Former MI6 agent turned Soviet spy George Blake has died at the age of 98.
His death, reported by Russia’s state-owned news agency RIA Novosti, was confirmed by Sergei Ivanov, the head of the press bureau of the Russian Foreign Intelligence Service (SVR).
Blake was described as an “outstanding professional of special courage and life endurance” by Russian president Vladimir Putin, who was also a former officer of the KGB, the state security police of the Soviet Union now succeeded by the SVR.
In a condolence message, Mr Putin said: “Throughout the years of his hard and strenuous efforts he made a truly invaluable contribution to ensuring the strategic parity and the preservation of peace on the planet.
“Our hearts will always cherish the warm memory of this legendary man.”
In 1961, the former MI6 officer was jailed for 42 years for spying for Russia during the Cold War, but he escaped from Wormwood Scrubs in 1966.
Born in Rotterdam in 1922, Blake moved to England where he enlisted with the Royal Navy, and was later asked to join the British Secret Service.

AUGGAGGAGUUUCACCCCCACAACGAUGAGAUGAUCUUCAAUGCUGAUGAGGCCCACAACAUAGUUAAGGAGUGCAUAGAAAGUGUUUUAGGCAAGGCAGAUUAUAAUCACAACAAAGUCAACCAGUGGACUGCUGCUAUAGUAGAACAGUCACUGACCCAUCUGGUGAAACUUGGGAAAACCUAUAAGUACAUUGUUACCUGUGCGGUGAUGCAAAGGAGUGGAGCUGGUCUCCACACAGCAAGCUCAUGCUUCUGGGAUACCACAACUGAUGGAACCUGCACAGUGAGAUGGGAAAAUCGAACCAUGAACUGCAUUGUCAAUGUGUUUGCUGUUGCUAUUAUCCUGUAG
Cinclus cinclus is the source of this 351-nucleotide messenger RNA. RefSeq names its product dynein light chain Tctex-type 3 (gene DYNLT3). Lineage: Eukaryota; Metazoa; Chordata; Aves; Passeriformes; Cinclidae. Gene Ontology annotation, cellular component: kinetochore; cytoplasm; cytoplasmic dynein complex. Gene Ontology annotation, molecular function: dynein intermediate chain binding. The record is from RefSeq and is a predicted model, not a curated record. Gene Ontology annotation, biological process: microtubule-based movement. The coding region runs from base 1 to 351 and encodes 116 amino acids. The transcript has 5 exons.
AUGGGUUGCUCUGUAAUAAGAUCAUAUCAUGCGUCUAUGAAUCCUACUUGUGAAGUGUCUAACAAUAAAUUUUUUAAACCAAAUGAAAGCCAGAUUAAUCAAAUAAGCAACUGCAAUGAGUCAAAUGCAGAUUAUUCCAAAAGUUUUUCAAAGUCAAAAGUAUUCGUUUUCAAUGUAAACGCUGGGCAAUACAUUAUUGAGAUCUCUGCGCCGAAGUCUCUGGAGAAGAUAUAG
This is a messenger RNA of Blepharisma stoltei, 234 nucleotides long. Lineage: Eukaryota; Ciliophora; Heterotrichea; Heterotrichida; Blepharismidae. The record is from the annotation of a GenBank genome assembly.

During the height of the Cold War, he leaked Government secrets to the Soviet Union, including a secret tunnel the West, including the UK and the US, had built to tap Soviet communications.
Blake was exposed as a Soviet agent to the British by a Polish defector, Michael Goleniewski, and arrested.
Later, in an interview with the BBC, he admitted betraying more than 500 agents, but denied his actions had led to the execution of at least 40 British agents in Russia.
Blake, who went by the Russian name Georgy Ivanovich, spent the last 40 years of his life in Russia.
He remained among the UK’s most wanted criminals, leading him to miss his mother’s funeral in the Netherlands in 1994, believing there was an MI5 plot to return him to Britain.
In 2006, the UK Government was ordered by European judges to pay Blake more than £5,000 in compensation after they ruled the length of a court battle over royalties from his memoir, No Other Choice, about his MI6 career, breached his human rights.
The case lasted nearly nine years, with the House of Lords finally ruling that Blake should not receive the profits from the book sales.